Nets beat Knicks, with good signs for both teams

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Amar'e Stoudemire drives. (NBA.com)
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The Brooklyn Nets' 88-85 win over the New York Knicks at Madison Square Garden was a meaningful one, for all the obvious reasons.

The Nets, thanks to an impressive fourth quarter from shooting guard Joe Johnson, managed to pull within a game of the Knicks in the Atlantic Division. The season series, now over, deadlocked at 2-2, keeping the Knicks from holding a tiebreaker over the Nets should the two be knotted at the end of the regular season. And the win further reinforced the new reality under P.J. Carlesimo, that the Nets can play with anyone, and are a force to be reckoned with in the Eastern Conference.

But the game demonstrated a number of positives for both teams.

Let's start with how the Nets managed to earn this win. Joe Johnson was the primary reason. He set the tone early with a pair of three-pointers, and scored 11 points on 4-for-5 shooting in the opening quarter. He'd had fast starts before, even against the Knicks. But in the Carlesimo era, Johnson has also been a big finisher, and Monday was no different. Johnson scored 10 more in the fourth, including a jumper over J.R. Smith that gave the Nets an 85-84 lead with 22.3 seconds left.

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The big finishes are becoming routine for Johnson, who has three game-winners in the past few weeks. Since Carlesimo took over, Johnson has been every bit the player he was in Atlanta until the Nets acquired him this summer, shooting at or above his career norms overall and from three-point range, and operating as the go-to scorer for the Nets late in games.

That the Nets outrebounded the Knicks, 52-37, helped them to overcome a 19-5 deficit in turnovers.

All of which is part of the bigger picture for the Knicks on Monday. Locked within this loss was a guide to how the Knicks can regain their early-season dominance.

Start with Johnson, who, as mentioned, had a fast start and faster finish. In between those two periods, Johnson managed to play 22 minutes and shoot 0-for-8. The primary reason for his struggles was the defense of Iman Shumpert, back from a knee injury and playing in just his second game of the season. Accordingly, Shumpert was limited to just 20 minutes. Knicks coach Mike Woodson substituted for Shumpert with 7:58 to go in the game and the game tied at 75. There's no real question that a healthy Shumpert would have remained in the game down the stretch.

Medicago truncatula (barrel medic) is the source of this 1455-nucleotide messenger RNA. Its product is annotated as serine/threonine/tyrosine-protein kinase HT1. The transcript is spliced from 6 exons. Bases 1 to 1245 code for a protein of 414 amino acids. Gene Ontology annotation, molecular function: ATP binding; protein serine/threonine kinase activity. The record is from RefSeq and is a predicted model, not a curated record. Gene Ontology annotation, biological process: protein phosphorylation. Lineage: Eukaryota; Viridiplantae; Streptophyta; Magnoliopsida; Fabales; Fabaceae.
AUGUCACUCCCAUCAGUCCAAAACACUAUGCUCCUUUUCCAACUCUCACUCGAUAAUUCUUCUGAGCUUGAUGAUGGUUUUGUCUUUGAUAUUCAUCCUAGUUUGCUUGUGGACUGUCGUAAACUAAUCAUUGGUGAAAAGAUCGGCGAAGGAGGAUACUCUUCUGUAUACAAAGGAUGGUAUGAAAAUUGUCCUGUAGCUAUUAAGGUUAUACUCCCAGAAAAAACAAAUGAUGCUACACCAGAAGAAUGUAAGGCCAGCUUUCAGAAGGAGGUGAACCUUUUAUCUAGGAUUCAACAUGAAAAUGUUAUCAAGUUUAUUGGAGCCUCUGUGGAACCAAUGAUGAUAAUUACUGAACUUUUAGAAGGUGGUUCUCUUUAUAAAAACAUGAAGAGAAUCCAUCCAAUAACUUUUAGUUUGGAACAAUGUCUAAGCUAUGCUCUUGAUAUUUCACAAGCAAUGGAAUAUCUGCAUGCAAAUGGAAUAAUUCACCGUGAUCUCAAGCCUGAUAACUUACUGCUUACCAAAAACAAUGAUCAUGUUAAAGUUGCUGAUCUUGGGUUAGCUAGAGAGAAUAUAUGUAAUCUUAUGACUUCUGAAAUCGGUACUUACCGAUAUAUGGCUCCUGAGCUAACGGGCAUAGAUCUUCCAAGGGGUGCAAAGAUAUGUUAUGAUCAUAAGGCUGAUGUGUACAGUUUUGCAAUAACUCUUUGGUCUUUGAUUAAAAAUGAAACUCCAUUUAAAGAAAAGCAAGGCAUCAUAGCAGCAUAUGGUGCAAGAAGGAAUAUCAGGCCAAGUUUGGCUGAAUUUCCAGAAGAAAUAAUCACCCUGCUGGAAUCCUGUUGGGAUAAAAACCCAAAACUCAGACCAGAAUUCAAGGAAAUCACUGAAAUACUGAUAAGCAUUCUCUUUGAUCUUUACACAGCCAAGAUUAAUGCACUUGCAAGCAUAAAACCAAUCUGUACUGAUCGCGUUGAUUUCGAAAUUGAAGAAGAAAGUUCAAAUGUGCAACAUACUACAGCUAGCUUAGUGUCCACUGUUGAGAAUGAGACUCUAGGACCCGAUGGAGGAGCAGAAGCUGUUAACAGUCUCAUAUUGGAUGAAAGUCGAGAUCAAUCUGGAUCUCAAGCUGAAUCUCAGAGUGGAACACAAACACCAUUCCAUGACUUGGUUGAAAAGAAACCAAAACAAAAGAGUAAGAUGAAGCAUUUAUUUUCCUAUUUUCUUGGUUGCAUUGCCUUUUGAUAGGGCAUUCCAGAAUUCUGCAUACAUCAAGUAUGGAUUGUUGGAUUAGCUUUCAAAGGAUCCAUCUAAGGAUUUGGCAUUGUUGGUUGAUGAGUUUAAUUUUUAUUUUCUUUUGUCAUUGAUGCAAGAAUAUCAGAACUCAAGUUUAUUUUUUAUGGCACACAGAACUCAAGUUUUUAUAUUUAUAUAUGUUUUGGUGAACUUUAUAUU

Immediately, Johnson made a three. He scored all of his fourth-quarter points after Shumpert left the game, and 10 of the 13 points the Nets scored over the final section of the game. If Shumpert's recovery continues as planned, the path the Nets took to victory Monday isn't going to exist in the playoffs.

There were reasons to be hopeful about the Knicks' offense too, when it's back to full strength. They are still without starting point guard Raymond Felton, and backup point guard Pablo Prigioni hurt himself after playing in just nine minutes.

That left Jason Kidd to log too many minutes (more than 35), while playing primarily point guard. In an effort to limit Kidd's exposure, point guard duties then fell to Carmelo Anthony.

Not only was Anthony up to the task, logging fully half of the team's 14 assists (no one else managed more than two), a key stretch late in the third quarter provided perhaps the best example since Anthony joined the Knicks that he and Amar'e Stoudemire can function in an effective offense with Tyson Chandler on the court, too (necessary to provide basic interior defensive protection).

With six minutes left in the third, and the Knicks trailing, 60-53, Stoudemire substituted for Shumpert. What followed was largely a two-man game between Anthony and Stoudemire. The final six minutes of the third, and first three of the fourth, saw the Knicks outscore the Nets, 22-12. Stoudemire and Anthony scored 15 of the 22 points, managing to draw significant defensive attention away from one another, and leveraging that attention by finding each other for open shots. Anthony had three assists in that span; all three went toward Stoudemire baskets. The spacing, so often lacking with the two stars playing at once, was at an equilibrium. And Stoudemire moved as if his knee injury was ancient history.

Anthony at power forward has already proven to be a dangerous weapon for the Knicks. Stoudemire scoring in a manner similar to past seasons will allow the Knicks to play him and rest Anthony, keeping him fresher. And the presence of both of them, if Monday is any indication, will mean good things for the Knicks' offense.

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